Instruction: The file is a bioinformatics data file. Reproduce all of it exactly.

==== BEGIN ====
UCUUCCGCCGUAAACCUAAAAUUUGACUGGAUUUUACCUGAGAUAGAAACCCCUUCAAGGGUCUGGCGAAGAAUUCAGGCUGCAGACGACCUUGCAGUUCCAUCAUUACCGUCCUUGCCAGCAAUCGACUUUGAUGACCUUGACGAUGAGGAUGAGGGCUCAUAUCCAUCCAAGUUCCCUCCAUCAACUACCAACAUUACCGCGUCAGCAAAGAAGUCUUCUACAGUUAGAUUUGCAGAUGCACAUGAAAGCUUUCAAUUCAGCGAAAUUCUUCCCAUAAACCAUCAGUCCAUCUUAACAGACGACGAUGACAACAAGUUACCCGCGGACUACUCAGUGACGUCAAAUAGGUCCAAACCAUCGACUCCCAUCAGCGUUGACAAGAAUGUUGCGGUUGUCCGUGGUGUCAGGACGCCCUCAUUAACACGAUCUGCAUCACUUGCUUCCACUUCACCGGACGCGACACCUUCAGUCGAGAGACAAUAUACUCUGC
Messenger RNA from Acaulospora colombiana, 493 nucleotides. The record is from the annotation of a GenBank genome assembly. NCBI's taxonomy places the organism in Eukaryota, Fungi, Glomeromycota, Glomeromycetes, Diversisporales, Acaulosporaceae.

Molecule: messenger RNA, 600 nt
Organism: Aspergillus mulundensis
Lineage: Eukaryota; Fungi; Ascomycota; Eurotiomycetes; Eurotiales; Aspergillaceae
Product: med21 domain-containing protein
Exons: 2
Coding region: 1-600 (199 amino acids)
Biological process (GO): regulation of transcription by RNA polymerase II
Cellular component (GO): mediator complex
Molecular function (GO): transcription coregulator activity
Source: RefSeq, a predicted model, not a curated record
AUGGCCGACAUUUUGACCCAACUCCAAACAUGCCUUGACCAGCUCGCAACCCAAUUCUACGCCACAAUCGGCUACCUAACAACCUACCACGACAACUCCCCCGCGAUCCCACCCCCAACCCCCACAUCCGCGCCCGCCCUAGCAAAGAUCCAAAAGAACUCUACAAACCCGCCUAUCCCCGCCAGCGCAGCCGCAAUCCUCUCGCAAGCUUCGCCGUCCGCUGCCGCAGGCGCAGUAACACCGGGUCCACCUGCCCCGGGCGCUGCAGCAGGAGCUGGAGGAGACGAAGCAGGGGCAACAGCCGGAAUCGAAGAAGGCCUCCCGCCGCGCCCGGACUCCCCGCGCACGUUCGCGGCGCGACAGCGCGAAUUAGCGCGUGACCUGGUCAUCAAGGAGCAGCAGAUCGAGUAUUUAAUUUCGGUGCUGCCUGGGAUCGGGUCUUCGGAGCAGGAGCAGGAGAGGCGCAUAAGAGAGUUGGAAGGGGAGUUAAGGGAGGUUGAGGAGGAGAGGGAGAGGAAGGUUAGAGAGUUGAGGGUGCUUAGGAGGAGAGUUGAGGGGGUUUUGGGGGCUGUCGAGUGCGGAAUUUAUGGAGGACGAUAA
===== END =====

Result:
UCUUCCGCCGUAAACCUAAAAUUUGACUGGAUUUUACCUGAGAUAGAAACCCCUUCAAGGGUCUGGCGAAGAAUUCAGGCUGCAGACGACCUUGCAGUUCCAUCAUUACCGUCCUUGCCAGCAAUCGACUUUGAUGACCUUGACGAUGAGGAUGAGGGCUCAUAUCCAUCCAAGUUCCCUCCAUCAACUACCAACAUUACCGCGUCAGCAAAGAAGUCUUCUACAGUUAGAUUUGCAGAUGCACAUGAAAGCUUUCAAUUCAGCGAAAUUCUUCCCAUAAACCAUCAGUCCAUCUUAACAGACGACGAUGACAACAAGUUACCCGCGGACUACUCAGUGACGUCAAAUAGGUCCAAACCAUCGACUCCCAUCAGCGUUGACAAGAAUGUUGCGGUUGUCCGUGGUGUCAGGACGCCCUCAUUAACACGAUCUGCAUCACUUGCUUCCACUUCACCGGACGCGACACCUUCAGUCGAGAGACAAUAUACUCUGC
Messenger RNA from Acaulospora colombiana, 493 nucleotides. The record is from the annotation of a GenBank genome assembly. NCBI's taxonomy places the organism in Eukaryota, Fungi, Glomeromycota, Glomeromycetes, Diversisporales, Acaulosporaceae.

Molecule: messenger RNA, 600 nt
Organism: Aspergillus mulundensis
Lineage: Eukaryota; Fungi; Ascomycota; Eurotiomycetes; Eurotiales; Aspergillaceae
Product: med21 domain-containing protein
Exons: 2
Coding region: 1-600 (199 amino acids)
Biological process (GO): regulation of transcription by RNA polymerase II
Cellular component (GO): mediator complex
Molecular function (GO): transcription coregulator activity
Source: RefSeq, a predicted model, not a curated record
AUGGCCGACAUUUUGACCCAACUCCAAACAUGCCUUGACCAGCUCGCAACCCAAUUCUACGCCACAAUCGGCUACCUAACAACCUACCACGACAACUCCCCCGCGAUCCCACCCCCAACCCCCACAUCCGCGCCCGCCCUAGCAAAGAUCCAAAAGAACUCUACAAACCCGCCUAUCCCCGCCAGCGCAGCCGCAAUCCUCUCGCAAGCUUCGCCGUCCGCUGCCGCAGGCGCAGUAACACCGGGUCCACCUGCCCCGGGCGCUGCAGCAGGAGCUGGAGGAGACGAAGCAGGGGCAACAGCCGGAAUCGAAGAAGGCCUCCCGCCGCGCCCGGACUCCCCGCGCACGUUCGCGGCGCGACAGCGCGAAUUAGCGCGUGACCUGGUCAUCAAGGAGCAGCAGAUCGAGUAUUUAAUUUCGGUGCUGCCUGGGAUCGGGUCUUCGGAGCAGGAGCAGGAGAGGCGCAUAAGAGAGUUGGAAGGGGAGUUAAGGGAGGUUGAGGAGGAGAGGGAGAGGAAGGUUAGAGAGUUGAGGGUGCUUAGGAGGAGAGUUGAGGGGGUUUUGGGGGCUGUCGAGUGCGGAAUUUAUGGAGGACGAUAA